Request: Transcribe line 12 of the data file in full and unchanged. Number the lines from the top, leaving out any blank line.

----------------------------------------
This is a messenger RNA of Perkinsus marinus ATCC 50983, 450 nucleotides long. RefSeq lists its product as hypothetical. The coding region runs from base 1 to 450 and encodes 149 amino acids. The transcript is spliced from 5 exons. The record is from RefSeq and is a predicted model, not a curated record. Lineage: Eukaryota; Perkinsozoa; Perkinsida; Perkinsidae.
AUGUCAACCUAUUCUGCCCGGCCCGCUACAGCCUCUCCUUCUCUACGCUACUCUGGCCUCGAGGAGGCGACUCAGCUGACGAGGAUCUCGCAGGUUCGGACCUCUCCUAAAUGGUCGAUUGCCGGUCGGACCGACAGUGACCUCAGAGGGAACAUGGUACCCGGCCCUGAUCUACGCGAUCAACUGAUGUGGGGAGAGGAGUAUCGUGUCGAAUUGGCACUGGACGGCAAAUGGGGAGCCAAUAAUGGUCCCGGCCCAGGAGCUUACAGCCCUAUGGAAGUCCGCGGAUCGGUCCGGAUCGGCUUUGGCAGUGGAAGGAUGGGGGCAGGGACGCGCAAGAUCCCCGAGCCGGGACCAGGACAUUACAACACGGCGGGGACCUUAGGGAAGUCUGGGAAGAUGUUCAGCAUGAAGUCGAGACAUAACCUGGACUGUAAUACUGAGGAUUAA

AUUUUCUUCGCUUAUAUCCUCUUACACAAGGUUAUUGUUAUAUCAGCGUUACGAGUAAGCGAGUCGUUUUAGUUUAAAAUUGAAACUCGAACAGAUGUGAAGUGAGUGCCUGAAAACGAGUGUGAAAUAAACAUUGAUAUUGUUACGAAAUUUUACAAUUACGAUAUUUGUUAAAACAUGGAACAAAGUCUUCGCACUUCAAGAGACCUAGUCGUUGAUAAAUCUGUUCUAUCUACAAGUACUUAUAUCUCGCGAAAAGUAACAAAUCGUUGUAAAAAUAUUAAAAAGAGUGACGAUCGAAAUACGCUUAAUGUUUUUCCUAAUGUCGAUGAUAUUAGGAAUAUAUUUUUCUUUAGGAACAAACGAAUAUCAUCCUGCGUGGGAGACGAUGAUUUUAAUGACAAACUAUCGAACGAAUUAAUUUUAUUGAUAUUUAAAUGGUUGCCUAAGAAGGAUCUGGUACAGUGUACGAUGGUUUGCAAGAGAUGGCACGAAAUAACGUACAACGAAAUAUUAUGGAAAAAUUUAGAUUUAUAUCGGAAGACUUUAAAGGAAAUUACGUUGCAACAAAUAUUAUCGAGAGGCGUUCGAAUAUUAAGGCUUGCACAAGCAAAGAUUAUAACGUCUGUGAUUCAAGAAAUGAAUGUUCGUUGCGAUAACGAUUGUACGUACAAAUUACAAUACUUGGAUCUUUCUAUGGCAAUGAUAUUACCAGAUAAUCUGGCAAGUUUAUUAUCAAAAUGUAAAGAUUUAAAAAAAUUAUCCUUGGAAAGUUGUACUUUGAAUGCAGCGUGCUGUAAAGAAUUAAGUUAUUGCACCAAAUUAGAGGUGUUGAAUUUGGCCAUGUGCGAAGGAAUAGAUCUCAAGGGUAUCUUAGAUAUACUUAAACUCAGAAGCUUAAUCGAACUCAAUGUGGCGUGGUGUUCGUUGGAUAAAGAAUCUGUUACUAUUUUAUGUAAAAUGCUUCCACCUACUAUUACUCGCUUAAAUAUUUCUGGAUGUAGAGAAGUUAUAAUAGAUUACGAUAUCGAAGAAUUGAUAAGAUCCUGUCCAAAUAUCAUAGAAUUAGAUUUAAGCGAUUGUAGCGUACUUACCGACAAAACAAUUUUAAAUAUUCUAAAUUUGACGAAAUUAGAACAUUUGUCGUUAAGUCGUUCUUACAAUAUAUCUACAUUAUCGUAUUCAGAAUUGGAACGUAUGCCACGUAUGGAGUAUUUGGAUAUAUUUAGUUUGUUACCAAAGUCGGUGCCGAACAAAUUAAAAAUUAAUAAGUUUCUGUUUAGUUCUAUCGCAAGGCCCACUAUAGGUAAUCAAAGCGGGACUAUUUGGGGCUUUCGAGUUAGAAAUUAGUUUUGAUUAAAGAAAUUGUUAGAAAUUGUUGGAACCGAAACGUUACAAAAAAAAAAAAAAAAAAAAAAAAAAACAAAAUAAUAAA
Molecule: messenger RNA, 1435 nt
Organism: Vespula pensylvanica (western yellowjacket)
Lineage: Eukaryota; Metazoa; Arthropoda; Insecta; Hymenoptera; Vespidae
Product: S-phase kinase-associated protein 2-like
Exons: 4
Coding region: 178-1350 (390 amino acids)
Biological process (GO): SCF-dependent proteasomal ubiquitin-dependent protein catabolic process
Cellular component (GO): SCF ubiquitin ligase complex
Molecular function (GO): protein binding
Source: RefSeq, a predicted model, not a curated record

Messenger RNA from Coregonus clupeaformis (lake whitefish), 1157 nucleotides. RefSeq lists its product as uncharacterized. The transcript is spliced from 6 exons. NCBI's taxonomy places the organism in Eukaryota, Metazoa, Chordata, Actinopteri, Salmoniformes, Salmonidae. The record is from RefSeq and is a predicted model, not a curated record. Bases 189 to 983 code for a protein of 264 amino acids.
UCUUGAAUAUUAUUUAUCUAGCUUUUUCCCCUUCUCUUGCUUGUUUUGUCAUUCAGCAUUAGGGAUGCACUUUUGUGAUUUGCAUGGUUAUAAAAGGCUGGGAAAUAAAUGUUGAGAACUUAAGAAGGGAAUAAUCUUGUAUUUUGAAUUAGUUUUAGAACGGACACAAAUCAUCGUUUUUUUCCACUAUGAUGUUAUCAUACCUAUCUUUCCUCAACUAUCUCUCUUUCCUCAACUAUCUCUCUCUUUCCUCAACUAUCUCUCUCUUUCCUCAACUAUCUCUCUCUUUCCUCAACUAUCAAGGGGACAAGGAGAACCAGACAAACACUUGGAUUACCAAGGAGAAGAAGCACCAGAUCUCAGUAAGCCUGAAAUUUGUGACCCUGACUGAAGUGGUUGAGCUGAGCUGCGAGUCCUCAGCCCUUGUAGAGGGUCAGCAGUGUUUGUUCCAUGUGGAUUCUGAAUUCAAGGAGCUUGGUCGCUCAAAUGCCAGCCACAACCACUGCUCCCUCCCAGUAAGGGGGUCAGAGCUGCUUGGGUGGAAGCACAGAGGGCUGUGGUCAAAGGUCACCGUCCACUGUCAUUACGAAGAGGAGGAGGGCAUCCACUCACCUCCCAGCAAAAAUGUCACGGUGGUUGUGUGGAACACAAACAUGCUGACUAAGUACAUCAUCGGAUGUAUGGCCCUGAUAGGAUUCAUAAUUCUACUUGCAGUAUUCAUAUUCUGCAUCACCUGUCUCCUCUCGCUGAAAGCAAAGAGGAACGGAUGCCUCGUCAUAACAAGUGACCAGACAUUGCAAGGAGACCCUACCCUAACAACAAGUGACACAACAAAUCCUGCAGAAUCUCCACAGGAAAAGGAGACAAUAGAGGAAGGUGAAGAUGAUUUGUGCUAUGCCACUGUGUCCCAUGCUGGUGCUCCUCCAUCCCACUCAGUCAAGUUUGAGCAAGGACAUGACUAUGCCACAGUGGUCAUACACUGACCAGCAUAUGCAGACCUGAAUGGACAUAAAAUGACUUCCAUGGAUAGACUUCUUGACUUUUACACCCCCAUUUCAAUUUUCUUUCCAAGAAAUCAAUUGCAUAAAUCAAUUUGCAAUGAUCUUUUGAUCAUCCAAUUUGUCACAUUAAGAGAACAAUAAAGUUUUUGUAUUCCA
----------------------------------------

Molecular function (GO): protein binding